It's Getting Personal

Two of the world’s biggest news gathering organizations have recently announced plans to deliver news in new and varied formats – and in one case to go directly to consumers. This suggests the mass media “get it” and are trying to evolve, an effort that bears not only on their survival but on the prospects for Mini Media publishers. Paid Content pointed me to a speech last week by Associated Press President Thomas Curley and another talk this week by Reuters CEO Tom Glocer. Curley spoke to the Virginia Press Association. According to a report in the Hampton Roads Daily Press, the AP chief said “instead of offering news in its traditional list format . . . (AP) would start searchable Web-based databases that would tell subscribers (i.e. newspapers, radio and TV stations) whether stories are available, along with video, audio, graphics and photos.” "If we don't make it available, someone else will," Curley said. "We're concentrating on what it is you need and what you want to serve your readers." The story says (unspecified) prices to member news outlets won’t change for a year. By way of contrast the Financial Times reports that Reuters plans “to supply news and information to retail consumers on mobile phones, iPods and other new technology platforms.” The FT provided this tease of Glocer’s speech: “If the 19th century was the age of the newspaper and the 20th century the age of radio and television, this century will be defined as the age of media personalization. The news you want, when you want it. The concept is simple - forget the old media that decided what was news and when and how you would consume it. Personalization is all about supplying news to the individual.” It sounds like Reuters which, as the FT says, has “traditionally sold its news services . . . to other news and media organizations” plans to disintermediate its former media subscribers. This may not be terribly painful because Reuters says “more than 90% of our revenue derives from our financial services business.” The Associated Press, on the other hand, is a cooperative owned by its members -- the leading U.S. media. From Curley’s remarks and the internal politics of the AP, it would not appear that it will try to end run its customers – who are also its owners. Incumbent media are trying to move as far and as fast as their circumstances allow. Aspiring new media publishers will obviously have to make bigger and more daring leaps. Tom Abate MiniMediaGuy Cause if you ain’t Mass Media, you’re Mini Media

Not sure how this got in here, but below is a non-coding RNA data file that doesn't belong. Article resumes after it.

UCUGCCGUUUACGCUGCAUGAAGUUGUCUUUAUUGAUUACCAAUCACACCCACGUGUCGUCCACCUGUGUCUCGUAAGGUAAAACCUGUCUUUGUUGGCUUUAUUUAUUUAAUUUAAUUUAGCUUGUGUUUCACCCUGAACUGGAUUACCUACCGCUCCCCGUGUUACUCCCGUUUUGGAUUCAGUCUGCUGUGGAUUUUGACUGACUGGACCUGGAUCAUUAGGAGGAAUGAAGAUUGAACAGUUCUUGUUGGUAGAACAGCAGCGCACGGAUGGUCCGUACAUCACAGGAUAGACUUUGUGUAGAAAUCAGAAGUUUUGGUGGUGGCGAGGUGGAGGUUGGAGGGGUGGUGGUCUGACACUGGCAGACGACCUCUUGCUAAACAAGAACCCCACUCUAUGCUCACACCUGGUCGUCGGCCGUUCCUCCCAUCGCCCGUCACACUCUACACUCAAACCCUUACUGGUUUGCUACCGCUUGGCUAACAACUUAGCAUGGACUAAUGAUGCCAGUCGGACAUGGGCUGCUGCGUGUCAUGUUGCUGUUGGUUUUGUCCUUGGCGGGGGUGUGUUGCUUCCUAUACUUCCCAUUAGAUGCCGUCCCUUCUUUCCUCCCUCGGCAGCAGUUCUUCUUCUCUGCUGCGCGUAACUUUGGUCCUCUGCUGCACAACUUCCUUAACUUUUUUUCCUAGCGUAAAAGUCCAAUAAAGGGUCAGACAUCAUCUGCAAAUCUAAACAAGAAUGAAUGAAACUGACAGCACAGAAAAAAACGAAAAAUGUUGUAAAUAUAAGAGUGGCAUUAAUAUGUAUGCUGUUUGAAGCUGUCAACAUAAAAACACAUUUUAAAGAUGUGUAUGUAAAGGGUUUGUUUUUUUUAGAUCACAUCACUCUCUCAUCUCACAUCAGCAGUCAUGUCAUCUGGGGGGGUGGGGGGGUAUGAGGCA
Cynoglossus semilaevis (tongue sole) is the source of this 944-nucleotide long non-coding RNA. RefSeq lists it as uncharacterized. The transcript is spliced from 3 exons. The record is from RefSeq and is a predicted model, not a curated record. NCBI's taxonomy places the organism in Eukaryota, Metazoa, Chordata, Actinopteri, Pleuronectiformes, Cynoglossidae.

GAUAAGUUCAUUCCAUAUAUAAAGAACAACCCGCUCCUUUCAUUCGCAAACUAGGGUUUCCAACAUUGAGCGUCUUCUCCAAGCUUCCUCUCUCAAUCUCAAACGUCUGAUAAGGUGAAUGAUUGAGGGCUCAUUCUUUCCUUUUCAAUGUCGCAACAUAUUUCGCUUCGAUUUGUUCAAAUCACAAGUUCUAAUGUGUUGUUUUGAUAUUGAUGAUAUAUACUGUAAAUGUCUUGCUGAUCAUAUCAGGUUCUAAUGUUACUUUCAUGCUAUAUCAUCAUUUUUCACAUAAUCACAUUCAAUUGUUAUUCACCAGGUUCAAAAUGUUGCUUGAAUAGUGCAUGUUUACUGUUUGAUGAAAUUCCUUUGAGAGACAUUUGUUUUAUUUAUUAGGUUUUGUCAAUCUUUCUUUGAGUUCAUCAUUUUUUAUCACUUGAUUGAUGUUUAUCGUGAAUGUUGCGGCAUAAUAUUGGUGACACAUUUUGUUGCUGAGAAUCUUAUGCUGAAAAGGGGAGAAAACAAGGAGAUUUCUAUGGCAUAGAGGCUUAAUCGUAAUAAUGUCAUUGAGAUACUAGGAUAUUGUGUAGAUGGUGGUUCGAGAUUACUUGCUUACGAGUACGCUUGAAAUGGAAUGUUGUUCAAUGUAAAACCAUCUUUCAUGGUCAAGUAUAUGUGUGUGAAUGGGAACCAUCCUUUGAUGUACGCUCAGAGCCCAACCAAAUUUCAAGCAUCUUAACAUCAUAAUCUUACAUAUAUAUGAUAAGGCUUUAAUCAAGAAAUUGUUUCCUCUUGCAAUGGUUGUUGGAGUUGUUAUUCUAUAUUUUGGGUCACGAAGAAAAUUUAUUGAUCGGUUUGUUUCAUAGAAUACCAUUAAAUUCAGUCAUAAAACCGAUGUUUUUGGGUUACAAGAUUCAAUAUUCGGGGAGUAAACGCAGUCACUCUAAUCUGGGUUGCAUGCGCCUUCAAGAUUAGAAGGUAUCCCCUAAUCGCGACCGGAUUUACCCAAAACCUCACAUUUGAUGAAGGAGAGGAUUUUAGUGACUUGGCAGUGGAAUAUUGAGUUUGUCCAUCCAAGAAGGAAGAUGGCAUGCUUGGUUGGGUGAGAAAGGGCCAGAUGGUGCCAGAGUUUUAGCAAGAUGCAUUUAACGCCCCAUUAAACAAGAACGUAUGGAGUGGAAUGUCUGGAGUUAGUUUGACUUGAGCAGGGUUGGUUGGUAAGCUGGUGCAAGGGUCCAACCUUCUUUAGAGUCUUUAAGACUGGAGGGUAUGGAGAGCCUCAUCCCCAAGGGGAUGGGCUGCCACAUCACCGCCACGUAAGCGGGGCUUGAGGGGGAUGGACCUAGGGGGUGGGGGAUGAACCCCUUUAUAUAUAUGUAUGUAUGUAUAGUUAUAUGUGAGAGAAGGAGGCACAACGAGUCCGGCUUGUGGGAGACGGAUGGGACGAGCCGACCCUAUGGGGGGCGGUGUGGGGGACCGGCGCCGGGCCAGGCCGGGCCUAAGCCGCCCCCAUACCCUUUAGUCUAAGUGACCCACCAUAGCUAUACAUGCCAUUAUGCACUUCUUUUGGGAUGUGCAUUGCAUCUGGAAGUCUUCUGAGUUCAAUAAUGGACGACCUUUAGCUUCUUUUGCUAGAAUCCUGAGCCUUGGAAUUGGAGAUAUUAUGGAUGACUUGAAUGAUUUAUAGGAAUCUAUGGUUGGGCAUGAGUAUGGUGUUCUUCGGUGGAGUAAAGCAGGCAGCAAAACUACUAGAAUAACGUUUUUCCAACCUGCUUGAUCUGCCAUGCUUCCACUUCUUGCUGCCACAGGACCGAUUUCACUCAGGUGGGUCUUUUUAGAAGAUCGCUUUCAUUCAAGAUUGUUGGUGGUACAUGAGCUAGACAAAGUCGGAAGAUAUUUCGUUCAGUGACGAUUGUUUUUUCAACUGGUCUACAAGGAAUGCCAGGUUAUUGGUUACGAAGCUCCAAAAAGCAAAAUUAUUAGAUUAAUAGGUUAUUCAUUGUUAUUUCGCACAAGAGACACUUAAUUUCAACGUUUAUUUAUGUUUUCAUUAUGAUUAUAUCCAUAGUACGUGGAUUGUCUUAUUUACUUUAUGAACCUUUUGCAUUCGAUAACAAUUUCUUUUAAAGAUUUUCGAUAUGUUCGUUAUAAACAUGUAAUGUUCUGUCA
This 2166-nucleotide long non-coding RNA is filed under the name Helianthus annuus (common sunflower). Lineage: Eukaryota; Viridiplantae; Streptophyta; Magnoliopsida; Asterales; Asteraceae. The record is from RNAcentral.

400 Years of Content Piracy?

The Center for Media Research pointed me to an international newspaper website that says 2005 (not 2009) is the 400th anniversary of the newspaper – and that complaints about content piracy are just as old. The same item also contains a hint to new media publishers looking for ways to adopt up-to-the-minutes tool & techniques – follow the money. These insights come from the World Association of Newspapers, which sponsors an editor’s forum where “senior newsroom editors (can) share ideas, experiences and new initiatives on how to defend editorial excellence in the face of shrinking budgets and the onslaught of new media, new technologies and changing readership lifestyles.” The group also supports a blog with a section on revenues and business models in which I learned that Le Monde has been losing readers and money and is looking for a 50 million Euro bailout and newsroom layoffs to right itself. The international editors' website credits The Gutenberg Museum in Mainz, Germany, with pushing the debut of printed news back to 1605, the year that a formerly hand-copied newsletter named Relation converted to the then-new technology of block printing: “Martin Welke, founder of the German Newspaper Museum, who is also the ’father’ of the discovery, together with Professor Jean Pierre Kintz, a Strasbourg historian, told WAN that the publisher of Relation was a certain Johann Carolus, who earned his living at the turn of the 17th century by producing hand-written newsletters, sold to rich subscribers at very high prices, reproducing news sent to him by a network of paid correspondents.” The item, which contradicts earlier assumptions putting 1609 as the birth date of newspapering, goes on to say that “In October that year (1605), Carolus wrote a petition to the Strasbourg city council asking for "protection against reprints by other printers". So the more things change the more they stay the same. (Or, in deference to any French readers, La plus ca change, la plus c’est la meme chose.) Other than the satisfaction of knowing this, I note that long-deceased media pioneer Johann Carolus began by adapting the technology of his day to the most valuable information first. I’m not yet sure how to act on this lesson but it’s worth bearing in mind. Tom Abate MiniMediaGuy Cause if you ain’t Mass Media, you’re Mini Media.